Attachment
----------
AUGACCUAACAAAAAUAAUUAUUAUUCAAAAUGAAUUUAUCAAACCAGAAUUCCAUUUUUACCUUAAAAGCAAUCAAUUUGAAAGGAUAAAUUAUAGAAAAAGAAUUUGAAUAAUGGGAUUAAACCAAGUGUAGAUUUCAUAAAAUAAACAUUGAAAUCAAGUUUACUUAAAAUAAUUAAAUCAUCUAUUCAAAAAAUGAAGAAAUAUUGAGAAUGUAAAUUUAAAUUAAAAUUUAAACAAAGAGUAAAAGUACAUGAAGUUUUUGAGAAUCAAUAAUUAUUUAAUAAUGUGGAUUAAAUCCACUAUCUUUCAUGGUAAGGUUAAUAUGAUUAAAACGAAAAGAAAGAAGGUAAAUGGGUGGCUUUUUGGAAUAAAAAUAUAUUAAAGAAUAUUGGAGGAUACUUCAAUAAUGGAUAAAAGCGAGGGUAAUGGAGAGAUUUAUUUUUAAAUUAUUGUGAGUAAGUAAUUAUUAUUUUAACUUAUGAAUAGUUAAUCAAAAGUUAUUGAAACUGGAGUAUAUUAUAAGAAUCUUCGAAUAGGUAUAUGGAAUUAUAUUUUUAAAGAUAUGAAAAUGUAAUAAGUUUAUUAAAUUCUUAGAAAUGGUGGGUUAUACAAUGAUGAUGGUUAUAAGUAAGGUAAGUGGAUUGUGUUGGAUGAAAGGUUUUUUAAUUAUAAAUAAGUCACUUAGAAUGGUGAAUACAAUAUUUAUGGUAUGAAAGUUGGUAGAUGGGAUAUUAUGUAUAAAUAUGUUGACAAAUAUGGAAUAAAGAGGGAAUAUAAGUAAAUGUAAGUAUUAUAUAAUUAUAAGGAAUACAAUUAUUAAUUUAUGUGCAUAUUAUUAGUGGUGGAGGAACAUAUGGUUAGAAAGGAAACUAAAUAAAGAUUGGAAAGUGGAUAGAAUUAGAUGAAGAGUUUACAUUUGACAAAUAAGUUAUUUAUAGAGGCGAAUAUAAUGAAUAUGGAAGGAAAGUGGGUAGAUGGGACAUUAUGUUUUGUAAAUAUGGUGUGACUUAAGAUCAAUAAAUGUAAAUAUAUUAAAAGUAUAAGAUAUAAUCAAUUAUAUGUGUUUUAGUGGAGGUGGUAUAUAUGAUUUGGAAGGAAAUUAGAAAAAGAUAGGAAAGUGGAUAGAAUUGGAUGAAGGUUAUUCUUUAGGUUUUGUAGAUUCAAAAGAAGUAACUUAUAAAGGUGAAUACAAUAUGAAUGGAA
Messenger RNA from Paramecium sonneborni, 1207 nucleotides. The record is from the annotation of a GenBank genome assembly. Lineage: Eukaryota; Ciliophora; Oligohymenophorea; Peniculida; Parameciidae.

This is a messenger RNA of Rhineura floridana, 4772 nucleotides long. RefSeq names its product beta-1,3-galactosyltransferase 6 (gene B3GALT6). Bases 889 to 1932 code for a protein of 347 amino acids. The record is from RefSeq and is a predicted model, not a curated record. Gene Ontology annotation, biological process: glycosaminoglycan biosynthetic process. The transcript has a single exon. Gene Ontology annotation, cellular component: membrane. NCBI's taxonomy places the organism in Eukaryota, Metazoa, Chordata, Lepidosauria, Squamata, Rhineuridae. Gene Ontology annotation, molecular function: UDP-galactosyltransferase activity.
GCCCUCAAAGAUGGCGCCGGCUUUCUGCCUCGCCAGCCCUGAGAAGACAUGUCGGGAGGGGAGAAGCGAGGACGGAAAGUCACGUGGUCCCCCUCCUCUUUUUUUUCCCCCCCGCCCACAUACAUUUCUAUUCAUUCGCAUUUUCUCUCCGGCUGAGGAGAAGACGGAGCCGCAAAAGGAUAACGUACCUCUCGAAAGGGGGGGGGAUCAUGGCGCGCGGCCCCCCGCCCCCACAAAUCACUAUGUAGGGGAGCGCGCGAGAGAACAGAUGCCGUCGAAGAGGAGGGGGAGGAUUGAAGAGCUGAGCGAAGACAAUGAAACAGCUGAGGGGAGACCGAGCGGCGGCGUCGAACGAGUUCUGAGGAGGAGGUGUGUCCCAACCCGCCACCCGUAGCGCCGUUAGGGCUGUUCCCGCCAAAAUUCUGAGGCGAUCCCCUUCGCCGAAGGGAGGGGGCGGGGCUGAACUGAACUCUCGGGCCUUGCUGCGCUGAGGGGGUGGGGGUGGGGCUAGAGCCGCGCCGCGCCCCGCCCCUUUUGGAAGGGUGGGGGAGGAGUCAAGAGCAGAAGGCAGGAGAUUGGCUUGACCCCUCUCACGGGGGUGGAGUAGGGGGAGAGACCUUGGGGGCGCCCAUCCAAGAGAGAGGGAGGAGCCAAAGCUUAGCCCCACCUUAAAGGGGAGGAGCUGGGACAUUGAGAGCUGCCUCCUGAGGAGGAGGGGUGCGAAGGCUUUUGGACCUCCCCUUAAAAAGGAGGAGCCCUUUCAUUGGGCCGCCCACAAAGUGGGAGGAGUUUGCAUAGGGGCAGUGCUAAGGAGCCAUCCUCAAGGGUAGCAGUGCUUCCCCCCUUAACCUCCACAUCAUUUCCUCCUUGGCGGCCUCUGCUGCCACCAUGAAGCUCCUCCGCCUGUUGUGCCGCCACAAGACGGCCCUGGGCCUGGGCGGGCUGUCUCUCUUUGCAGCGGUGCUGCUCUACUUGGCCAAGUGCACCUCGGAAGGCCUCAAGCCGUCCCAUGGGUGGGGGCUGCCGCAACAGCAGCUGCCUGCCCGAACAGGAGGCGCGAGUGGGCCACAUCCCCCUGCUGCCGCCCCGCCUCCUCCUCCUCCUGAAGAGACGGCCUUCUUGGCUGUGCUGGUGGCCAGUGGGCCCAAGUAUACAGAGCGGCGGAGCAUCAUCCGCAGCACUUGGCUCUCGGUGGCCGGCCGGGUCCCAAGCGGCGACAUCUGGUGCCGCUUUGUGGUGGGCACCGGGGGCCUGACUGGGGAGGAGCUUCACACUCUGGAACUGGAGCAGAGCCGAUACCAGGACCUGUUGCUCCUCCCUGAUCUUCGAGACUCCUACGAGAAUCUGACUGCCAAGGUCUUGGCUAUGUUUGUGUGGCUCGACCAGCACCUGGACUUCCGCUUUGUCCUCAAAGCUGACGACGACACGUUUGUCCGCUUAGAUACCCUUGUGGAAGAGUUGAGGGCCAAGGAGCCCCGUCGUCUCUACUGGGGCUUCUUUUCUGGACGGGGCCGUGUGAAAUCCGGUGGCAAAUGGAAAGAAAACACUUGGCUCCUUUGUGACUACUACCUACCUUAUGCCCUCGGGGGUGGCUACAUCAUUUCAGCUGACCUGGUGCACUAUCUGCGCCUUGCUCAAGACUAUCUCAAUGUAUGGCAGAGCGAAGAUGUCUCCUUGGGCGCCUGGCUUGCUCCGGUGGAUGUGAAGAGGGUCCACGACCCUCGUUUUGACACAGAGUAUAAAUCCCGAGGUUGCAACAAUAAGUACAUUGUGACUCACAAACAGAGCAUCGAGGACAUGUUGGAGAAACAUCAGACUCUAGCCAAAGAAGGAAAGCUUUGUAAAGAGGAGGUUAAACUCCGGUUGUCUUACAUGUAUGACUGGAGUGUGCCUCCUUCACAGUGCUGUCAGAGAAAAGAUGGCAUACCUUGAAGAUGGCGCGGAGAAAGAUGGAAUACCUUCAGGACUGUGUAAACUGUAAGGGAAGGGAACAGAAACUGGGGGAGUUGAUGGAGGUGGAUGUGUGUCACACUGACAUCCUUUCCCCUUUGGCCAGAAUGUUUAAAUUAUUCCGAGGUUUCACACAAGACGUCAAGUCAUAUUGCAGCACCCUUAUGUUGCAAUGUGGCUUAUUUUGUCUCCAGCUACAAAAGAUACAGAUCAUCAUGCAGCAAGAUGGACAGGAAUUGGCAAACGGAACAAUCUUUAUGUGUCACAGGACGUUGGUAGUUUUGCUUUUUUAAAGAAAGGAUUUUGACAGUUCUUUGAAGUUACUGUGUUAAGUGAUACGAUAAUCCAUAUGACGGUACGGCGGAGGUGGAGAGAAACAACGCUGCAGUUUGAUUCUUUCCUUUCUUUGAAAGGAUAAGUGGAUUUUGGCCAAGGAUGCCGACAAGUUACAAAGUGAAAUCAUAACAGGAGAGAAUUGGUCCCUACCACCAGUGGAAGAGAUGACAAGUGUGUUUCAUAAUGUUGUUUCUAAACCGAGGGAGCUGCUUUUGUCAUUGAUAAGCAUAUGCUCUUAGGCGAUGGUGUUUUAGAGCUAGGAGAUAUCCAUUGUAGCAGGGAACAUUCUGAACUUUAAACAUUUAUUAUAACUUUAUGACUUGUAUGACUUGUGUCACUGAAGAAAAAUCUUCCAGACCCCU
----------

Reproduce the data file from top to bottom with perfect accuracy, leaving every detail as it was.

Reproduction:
AUGACCUAACAAAAAUAAUUAUUAUUCAAAAUGAAUUUAUCAAACCAGAAUUCCAUUUUUACCUUAAAAGCAAUCAAUUUGAAAGGAUAAAUUAUAGAAAAAGAAUUUGAAUAAUGGGAUUAAACCAAGUGUAGAUUUCAUAAAAUAAACAUUGAAAUCAAGUUUACUUAAAAUAAUUAAAUCAUCUAUUCAAAAAAUGAAGAAAUAUUGAGAAUGUAAAUUUAAAUUAAAAUUUAAACAAAGAGUAAAAGUACAUGAAGUUUUUGAGAAUCAAUAAUUAUUUAAUAAUGUGGAUUAAAUCCACUAUCUUUCAUGGUAAGGUUAAUAUGAUUAAAACGAAAAGAAAGAAGGUAAAUGGGUGGCUUUUUGGAAUAAAAAUAUAUUAAAGAAUAUUGGAGGAUACUUCAAUAAUGGAUAAAAGCGAGGGUAAUGGAGAGAUUUAUUUUUAAAUUAUUGUGAGUAAGUAAUUAUUAUUUUAACUUAUGAAUAGUUAAUCAAAAGUUAUUGAAACUGGAGUAUAUUAUAAGAAUCUUCGAAUAGGUAUAUGGAAUUAUAUUUUUAAAGAUAUGAAAAUGUAAUAAGUUUAUUAAAUUCUUAGAAAUGGUGGGUUAUACAAUGAUGAUGGUUAUAAGUAAGGUAAGUGGAUUGUGUUGGAUGAAAGGUUUUUUAAUUAUAAAUAAGUCACUUAGAAUGGUGAAUACAAUAUUUAUGGUAUGAAAGUUGGUAGAUGGGAUAUUAUGUAUAAAUAUGUUGACAAAUAUGGAAUAAAGAGGGAAUAUAAGUAAAUGUAAGUAUUAUAUAAUUAUAAGGAAUACAAUUAUUAAUUUAUGUGCAUAUUAUUAGUGGUGGAGGAACAUAUGGUUAGAAAGGAAACUAAAUAAAGAUUGGAAAGUGGAUAGAAUUAGAUGAAGAGUUUACAUUUGACAAAUAAGUUAUUUAUAGAGGCGAAUAUAAUGAAUAUGGAAGGAAAGUGGGUAGAUGGGACAUUAUGUUUUGUAAAUAUGGUGUGACUUAAGAUCAAUAAAUGUAAAUAUAUUAAAAGUAUAAGAUAUAAUCAAUUAUAUGUGUUUUAGUGGAGGUGGUAUAUAUGAUUUGGAAGGAAAUUAGAAAAAGAUAGGAAAGUGGAUAGAAUUGGAUGAAGGUUAUUCUUUAGGUUUUGUAGAUUCAAAAGAAGUAACUUAUAAAGGUGAAUACAAUAUGAAUGGAA
Messenger RNA from Paramecium sonneborni, 1207 nucleotides. The record is from the annotation of a GenBank genome assembly. Lineage: Eukaryota; Ciliophora; Oligohymenophorea; Peniculida; Parameciidae.

This is a messenger RNA of Rhineura floridana, 4772 nucleotides long. RefSeq names its product beta-1,3-galactosyltransferase 6 (gene B3GALT6). Bases 889 to 1932 code for a protein of 347 amino acids. The record is from RefSeq and is a predicted model, not a curated record. Gene Ontology annotation, biological process: glycosaminoglycan biosynthetic process. The transcript has a single exon. Gene Ontology annotation, cellular component: membrane. NCBI's taxonomy places the organism in Eukaryota, Metazoa, Chordata, Lepidosauria, Squamata, Rhineuridae. Gene Ontology annotation, molecular function: UDP-galactosyltransferase activity.
GCCCUCAAAGAUGGCGCCGGCUUUCUGCCUCGCCAGCCCUGAGAAGACAUGUCGGGAGGGGAGAAGCGAGGACGGAAAGUCACGUGGUCCCCCUCCUCUUUUUUUUCCCCCCCGCCCACAUACAUUUCUAUUCAUUCGCAUUUUCUCUCCGGCUGAGGAGAAGACGGAGCCGCAAAAGGAUAACGUACCUCUCGAAAGGGGGGGGGAUCAUGGCGCGCGGCCCCCCGCCCCCACAAAUCACUAUGUAGGGGAGCGCGCGAGAGAACAGAUGCCGUCGAAGAGGAGGGGGAGGAUUGAAGAGCUGAGCGAAGACAAUGAAACAGCUGAGGGGAGACCGAGCGGCGGCGUCGAACGAGUUCUGAGGAGGAGGUGUGUCCCAACCCGCCACCCGUAGCGCCGUUAGGGCUGUUCCCGCCAAAAUUCUGAGGCGAUCCCCUUCGCCGAAGGGAGGGGGCGGGGCUGAACUGAACUCUCGGGCCUUGCUGCGCUGAGGGGGUGGGGGUGGGGCUAGAGCCGCGCCGCGCCCCGCCCCUUUUGGAAGGGUGGGGGAGGAGUCAAGAGCAGAAGGCAGGAGAUUGGCUUGACCCCUCUCACGGGGGUGGAGUAGGGGGAGAGACCUUGGGGGCGCCCAUCCAAGAGAGAGGGAGGAGCCAAAGCUUAGCCCCACCUUAAAGGGGAGGAGCUGGGACAUUGAGAGCUGCCUCCUGAGGAGGAGGGGUGCGAAGGCUUUUGGACCUCCCCUUAAAAAGGAGGAGCCCUUUCAUUGGGCCGCCCACAAAGUGGGAGGAGUUUGCAUAGGGGCAGUGCUAAGGAGCCAUCCUCAAGGGUAGCAGUGCUUCCCCCCUUAACCUCCACAUCAUUUCCUCCUUGGCGGCCUCUGCUGCCACCAUGAAGCUCCUCCGCCUGUUGUGCCGCCACAAGACGGCCCUGGGCCUGGGCGGGCUGUCUCUCUUUGCAGCGGUGCUGCUCUACUUGGCCAAGUGCACCUCGGAAGGCCUCAAGCCGUCCCAUGGGUGGGGGCUGCCGCAACAGCAGCUGCCUGCCCGAACAGGAGGCGCGAGUGGGCCACAUCCCCCUGCUGCCGCCCCGCCUCCUCCUCCUCCUGAAGAGACGGCCUUCUUGGCUGUGCUGGUGGCCAGUGGGCCCAAGUAUACAGAGCGGCGGAGCAUCAUCCGCAGCACUUGGCUCUCGGUGGCCGGCCGGGUCCCAAGCGGCGACAUCUGGUGCCGCUUUGUGGUGGGCACCGGGGGCCUGACUGGGGAGGAGCUUCACACUCUGGAACUGGAGCAGAGCCGAUACCAGGACCUGUUGCUCCUCCCUGAUCUUCGAGACUCCUACGAGAAUCUGACUGCCAAGGUCUUGGCUAUGUUUGUGUGGCUCGACCAGCACCUGGACUUCCGCUUUGUCCUCAAAGCUGACGACGACACGUUUGUCCGCUUAGAUACCCUUGUGGAAGAGUUGAGGGCCAAGGAGCCCCGUCGUCUCUACUGGGGCUUCUUUUCUGGACGGGGCCGUGUGAAAUCCGGUGGCAAAUGGAAAGAAAACACUUGGCUCCUUUGUGACUACUACCUACCUUAUGCCCUCGGGGGUGGCUACAUCAUUUCAGCUGACCUGGUGCACUAUCUGCGCCUUGCUCAAGACUAUCUCAAUGUAUGGCAGAGCGAAGAUGUCUCCUUGGGCGCCUGGCUUGCUCCGGUGGAUGUGAAGAGGGUCCACGACCCUCGUUUUGACACAGAGUAUAAAUCCCGAGGUUGCAACAAUAAGUACAUUGUGACUCACAAACAGAGCAUCGAGGACAUGUUGGAGAAACAUCAGACUCUAGCCAAAGAAGGAAAGCUUUGUAAAGAGGAGGUUAAACUCCGGUUGUCUUACAUGUAUGACUGGAGUGUGCCUCCUUCACAGUGCUGUCAGAGAAAAGAUGGCAUACCUUGAAGAUGGCGCGGAGAAAGAUGGAAUACCUUCAGGACUGUGUAAACUGUAAGGGAAGGGAACAGAAACUGGGGGAGUUGAUGGAGGUGGAUGUGUGUCACACUGACAUCCUUUCCCCUUUGGCCAGAAUGUUUAAAUUAUUCCGAGGUUUCACACAAGACGUCAAGUCAUAUUGCAGCACCCUUAUGUUGCAAUGUGGCUUAUUUUGUCUCCAGCUACAAAAGAUACAGAUCAUCAUGCAGCAAGAUGGACAGGAAUUGGCAAACGGAACAAUCUUUAUGUGUCACAGGACGUUGGUAGUUUUGCUUUUUUAAAGAAAGGAUUUUGACAGUUCUUUGAAGUUACUGUGUUAAGUGAUACGAUAAUCCAUAUGACGGUACGGCGGAGGUGGAGAGAAACAACGCUGCAGUUUGAUUCUUUCCUUUCUUUGAAAGGAUAAGUGGAUUUUGGCCAAGGAUGCCGACAAGUUACAAAGUGAAAUCAUAACAGGAGAGAAUUGGUCCCUACCACCAGUGGAAGAGAUGACAAGUGUGUUUCAUAAUGUUGUUUCUAAACCGAGGGAGCUGCUUUUGUCAUUGAUAAGCAUAUGCUCUUAGGCGAUGGUGUUUUAGAGCUAGGAGAUAUCCAUUGUAGCAGGGAACAUUCUGAACUUUAAACAUUUAUUAUAACUUUAUGACUUGUAUGACUUGUGUCACUGAAGAAAAAUCUUCCAGACCCCU